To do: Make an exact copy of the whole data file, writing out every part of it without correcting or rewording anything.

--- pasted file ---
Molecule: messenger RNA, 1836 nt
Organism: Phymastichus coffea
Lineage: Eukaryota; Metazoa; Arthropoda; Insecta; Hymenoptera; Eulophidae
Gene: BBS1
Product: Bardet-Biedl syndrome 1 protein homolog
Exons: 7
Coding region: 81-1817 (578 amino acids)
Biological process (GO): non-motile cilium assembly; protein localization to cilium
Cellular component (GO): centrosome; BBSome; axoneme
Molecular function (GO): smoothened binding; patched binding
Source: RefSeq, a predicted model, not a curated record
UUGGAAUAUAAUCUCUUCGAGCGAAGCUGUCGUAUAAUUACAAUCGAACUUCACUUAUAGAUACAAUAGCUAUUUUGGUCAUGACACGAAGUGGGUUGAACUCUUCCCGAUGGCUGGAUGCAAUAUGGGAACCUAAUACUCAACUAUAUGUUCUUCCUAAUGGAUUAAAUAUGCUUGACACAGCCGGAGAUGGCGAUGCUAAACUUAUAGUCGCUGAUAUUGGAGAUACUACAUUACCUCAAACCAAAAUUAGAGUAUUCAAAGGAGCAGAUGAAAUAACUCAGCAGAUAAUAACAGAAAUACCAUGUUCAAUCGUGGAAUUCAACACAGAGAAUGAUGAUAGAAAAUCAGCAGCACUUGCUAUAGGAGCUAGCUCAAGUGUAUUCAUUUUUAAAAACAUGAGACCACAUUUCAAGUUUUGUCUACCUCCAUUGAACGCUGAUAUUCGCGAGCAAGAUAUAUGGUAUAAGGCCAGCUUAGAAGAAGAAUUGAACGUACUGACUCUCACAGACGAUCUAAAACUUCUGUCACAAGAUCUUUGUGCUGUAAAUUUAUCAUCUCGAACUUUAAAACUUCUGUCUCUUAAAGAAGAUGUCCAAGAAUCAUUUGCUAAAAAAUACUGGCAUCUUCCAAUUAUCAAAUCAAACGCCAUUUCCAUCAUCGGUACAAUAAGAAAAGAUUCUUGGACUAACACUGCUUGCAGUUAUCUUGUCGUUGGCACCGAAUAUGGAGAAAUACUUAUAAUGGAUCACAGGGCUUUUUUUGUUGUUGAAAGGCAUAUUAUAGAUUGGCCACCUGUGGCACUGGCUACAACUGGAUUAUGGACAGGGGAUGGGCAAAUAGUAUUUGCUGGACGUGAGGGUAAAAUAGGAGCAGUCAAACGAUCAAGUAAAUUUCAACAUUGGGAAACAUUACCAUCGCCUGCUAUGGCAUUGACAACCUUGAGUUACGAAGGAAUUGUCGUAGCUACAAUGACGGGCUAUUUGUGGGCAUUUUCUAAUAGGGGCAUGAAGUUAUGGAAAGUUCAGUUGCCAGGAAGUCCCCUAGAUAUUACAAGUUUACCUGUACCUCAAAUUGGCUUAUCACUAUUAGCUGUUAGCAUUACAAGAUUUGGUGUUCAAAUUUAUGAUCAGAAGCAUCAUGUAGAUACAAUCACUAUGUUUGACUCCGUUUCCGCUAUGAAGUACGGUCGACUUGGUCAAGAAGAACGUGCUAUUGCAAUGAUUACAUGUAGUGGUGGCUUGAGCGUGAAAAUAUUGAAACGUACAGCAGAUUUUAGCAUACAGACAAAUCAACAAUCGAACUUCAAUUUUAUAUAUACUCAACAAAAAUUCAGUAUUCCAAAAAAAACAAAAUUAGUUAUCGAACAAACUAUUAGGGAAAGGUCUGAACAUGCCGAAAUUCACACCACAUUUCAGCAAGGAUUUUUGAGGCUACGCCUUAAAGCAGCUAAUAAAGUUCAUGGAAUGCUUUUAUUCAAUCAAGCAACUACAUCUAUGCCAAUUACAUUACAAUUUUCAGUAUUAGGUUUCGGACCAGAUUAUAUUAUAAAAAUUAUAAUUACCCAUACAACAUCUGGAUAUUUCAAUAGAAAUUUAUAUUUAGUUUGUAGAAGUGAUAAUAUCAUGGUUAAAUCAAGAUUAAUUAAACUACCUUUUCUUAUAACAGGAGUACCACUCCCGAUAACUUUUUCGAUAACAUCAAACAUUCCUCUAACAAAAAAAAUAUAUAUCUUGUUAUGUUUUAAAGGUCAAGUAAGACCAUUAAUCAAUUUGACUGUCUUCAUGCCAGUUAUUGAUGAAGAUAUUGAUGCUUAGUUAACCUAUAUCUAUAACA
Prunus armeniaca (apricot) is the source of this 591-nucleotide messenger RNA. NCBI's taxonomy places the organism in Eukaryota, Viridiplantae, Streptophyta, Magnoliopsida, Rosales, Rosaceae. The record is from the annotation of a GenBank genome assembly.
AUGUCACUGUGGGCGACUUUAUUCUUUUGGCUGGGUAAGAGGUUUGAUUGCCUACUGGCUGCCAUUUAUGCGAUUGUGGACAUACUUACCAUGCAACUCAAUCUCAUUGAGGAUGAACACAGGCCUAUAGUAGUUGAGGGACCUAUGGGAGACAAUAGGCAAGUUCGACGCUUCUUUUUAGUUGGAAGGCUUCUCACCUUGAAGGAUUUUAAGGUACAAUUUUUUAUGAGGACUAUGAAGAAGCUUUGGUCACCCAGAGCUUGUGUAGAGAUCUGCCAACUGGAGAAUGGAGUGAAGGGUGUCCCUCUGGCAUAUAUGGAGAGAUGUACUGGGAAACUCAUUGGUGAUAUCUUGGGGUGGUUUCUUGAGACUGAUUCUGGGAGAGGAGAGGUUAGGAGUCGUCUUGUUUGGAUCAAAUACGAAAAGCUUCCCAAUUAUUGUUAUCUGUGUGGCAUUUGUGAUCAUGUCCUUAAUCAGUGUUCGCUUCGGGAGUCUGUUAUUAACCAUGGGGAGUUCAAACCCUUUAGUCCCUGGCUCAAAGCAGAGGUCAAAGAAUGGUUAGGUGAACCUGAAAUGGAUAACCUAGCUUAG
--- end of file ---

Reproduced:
Molecule: messenger RNA, 1836 nt
Organism: Phymastichus coffea
Lineage: Eukaryota; Metazoa; Arthropoda; Insecta; Hymenoptera; Eulophidae
Gene: BBS1
Product: Bardet-Biedl syndrome 1 protein homolog
Exons: 7
Coding region: 81-1817 (578 amino acids)
Biological process (GO): non-motile cilium assembly; protein localization to cilium
Cellular component (GO): centrosome; BBSome; axoneme
Molecular function (GO): smoothened binding; patched binding
Source: RefSeq, a predicted model, not a curated record
UUGGAAUAUAAUCUCUUCGAGCGAAGCUGUCGUAUAAUUACAAUCGAACUUCACUUAUAGAUACAAUAGCUAUUUUGGUCAUGACACGAAGUGGGUUGAACUCUUCCCGAUGGCUGGAUGCAAUAUGGGAACCUAAUACUCAACUAUAUGUUCUUCCUAAUGGAUUAAAUAUGCUUGACACAGCCGGAGAUGGCGAUGCUAAACUUAUAGUCGCUGAUAUUGGAGAUACUACAUUACCUCAAACCAAAAUUAGAGUAUUCAAAGGAGCAGAUGAAAUAACUCAGCAGAUAAUAACAGAAAUACCAUGUUCAAUCGUGGAAUUCAACACAGAGAAUGAUGAUAGAAAAUCAGCAGCACUUGCUAUAGGAGCUAGCUCAAGUGUAUUCAUUUUUAAAAACAUGAGACCACAUUUCAAGUUUUGUCUACCUCCAUUGAACGCUGAUAUUCGCGAGCAAGAUAUAUGGUAUAAGGCCAGCUUAGAAGAAGAAUUGAACGUACUGACUCUCACAGACGAUCUAAAACUUCUGUCACAAGAUCUUUGUGCUGUAAAUUUAUCAUCUCGAACUUUAAAACUUCUGUCUCUUAAAGAAGAUGUCCAAGAAUCAUUUGCUAAAAAAUACUGGCAUCUUCCAAUUAUCAAAUCAAACGCCAUUUCCAUCAUCGGUACAAUAAGAAAAGAUUCUUGGACUAACACUGCUUGCAGUUAUCUUGUCGUUGGCACCGAAUAUGGAGAAAUACUUAUAAUGGAUCACAGGGCUUUUUUUGUUGUUGAAAGGCAUAUUAUAGAUUGGCCACCUGUGGCACUGGCUACAACUGGAUUAUGGACAGGGGAUGGGCAAAUAGUAUUUGCUGGACGUGAGGGUAAAAUAGGAGCAGUCAAACGAUCAAGUAAAUUUCAACAUUGGGAAACAUUACCAUCGCCUGCUAUGGCAUUGACAACCUUGAGUUACGAAGGAAUUGUCGUAGCUACAAUGACGGGCUAUUUGUGGGCAUUUUCUAAUAGGGGCAUGAAGUUAUGGAAAGUUCAGUUGCCAGGAAGUCCCCUAGAUAUUACAAGUUUACCUGUACCUCAAAUUGGCUUAUCACUAUUAGCUGUUAGCAUUACAAGAUUUGGUGUUCAAAUUUAUGAUCAGAAGCAUCAUGUAGAUACAAUCACUAUGUUUGACUCCGUUUCCGCUAUGAAGUACGGUCGACUUGGUCAAGAAGAACGUGCUAUUGCAAUGAUUACAUGUAGUGGUGGCUUGAGCGUGAAAAUAUUGAAACGUACAGCAGAUUUUAGCAUACAGACAAAUCAACAAUCGAACUUCAAUUUUAUAUAUACUCAACAAAAAUUCAGUAUUCCAAAAAAAACAAAAUUAGUUAUCGAACAAACUAUUAGGGAAAGGUCUGAACAUGCCGAAAUUCACACCACAUUUCAGCAAGGAUUUUUGAGGCUACGCCUUAAAGCAGCUAAUAAAGUUCAUGGAAUGCUUUUAUUCAAUCAAGCAACUACAUCUAUGCCAAUUACAUUACAAUUUUCAGUAUUAGGUUUCGGACCAGAUUAUAUUAUAAAAAUUAUAAUUACCCAUACAACAUCUGGAUAUUUCAAUAGAAAUUUAUAUUUAGUUUGUAGAAGUGAUAAUAUCAUGGUUAAAUCAAGAUUAAUUAAACUACCUUUUCUUAUAACAGGAGUACCACUCCCGAUAACUUUUUCGAUAACAUCAAACAUUCCUCUAACAAAAAAAAUAUAUAUCUUGUUAUGUUUUAAAGGUCAAGUAAGACCAUUAAUCAAUUUGACUGUCUUCAUGCCAGUUAUUGAUGAAGAUAUUGAUGCUUAGUUAACCUAUAUCUAUAACA
Prunus armeniaca (apricot) is the source of this 591-nucleotide messenger RNA. NCBI's taxonomy places the organism in Eukaryota, Viridiplantae, Streptophyta, Magnoliopsida, Rosales, Rosaceae. The record is from the annotation of a GenBank genome assembly.
AUGUCACUGUGGGCGACUUUAUUCUUUUGGCUGGGUAAGAGGUUUGAUUGCCUACUGGCUGCCAUUUAUGCGAUUGUGGACAUACUUACCAUGCAACUCAAUCUCAUUGAGGAUGAACACAGGCCUAUAGUAGUUGAGGGACCUAUGGGAGACAAUAGGCAAGUUCGACGCUUCUUUUUAGUUGGAAGGCUUCUCACCUUGAAGGAUUUUAAGGUACAAUUUUUUAUGAGGACUAUGAAGAAGCUUUGGUCACCCAGAGCUUGUGUAGAGAUCUGCCAACUGGAGAAUGGAGUGAAGGGUGUCCCUCUGGCAUAUAUGGAGAGAUGUACUGGGAAACUCAUUGGUGAUAUCUUGGGGUGGUUUCUUGAGACUGAUUCUGGGAGAGGAGAGGUUAGGAGUCGUCUUGUUUGGAUCAAAUACGAAAAGCUUCCCAAUUAUUGUUAUCUGUGUGGCAUUUGUGAUCAUGUCCUUAAUCAGUGUUCGCUUCGGGAGUCUGUUAUUAACCAUGGGGAGUUCAAACCCUUUAGUCCCUGGCUCAAAGCAGAGGUCAAAGAAUGGUUAGGUGAACCUGAAAUGGAUAACCUAGCUUAG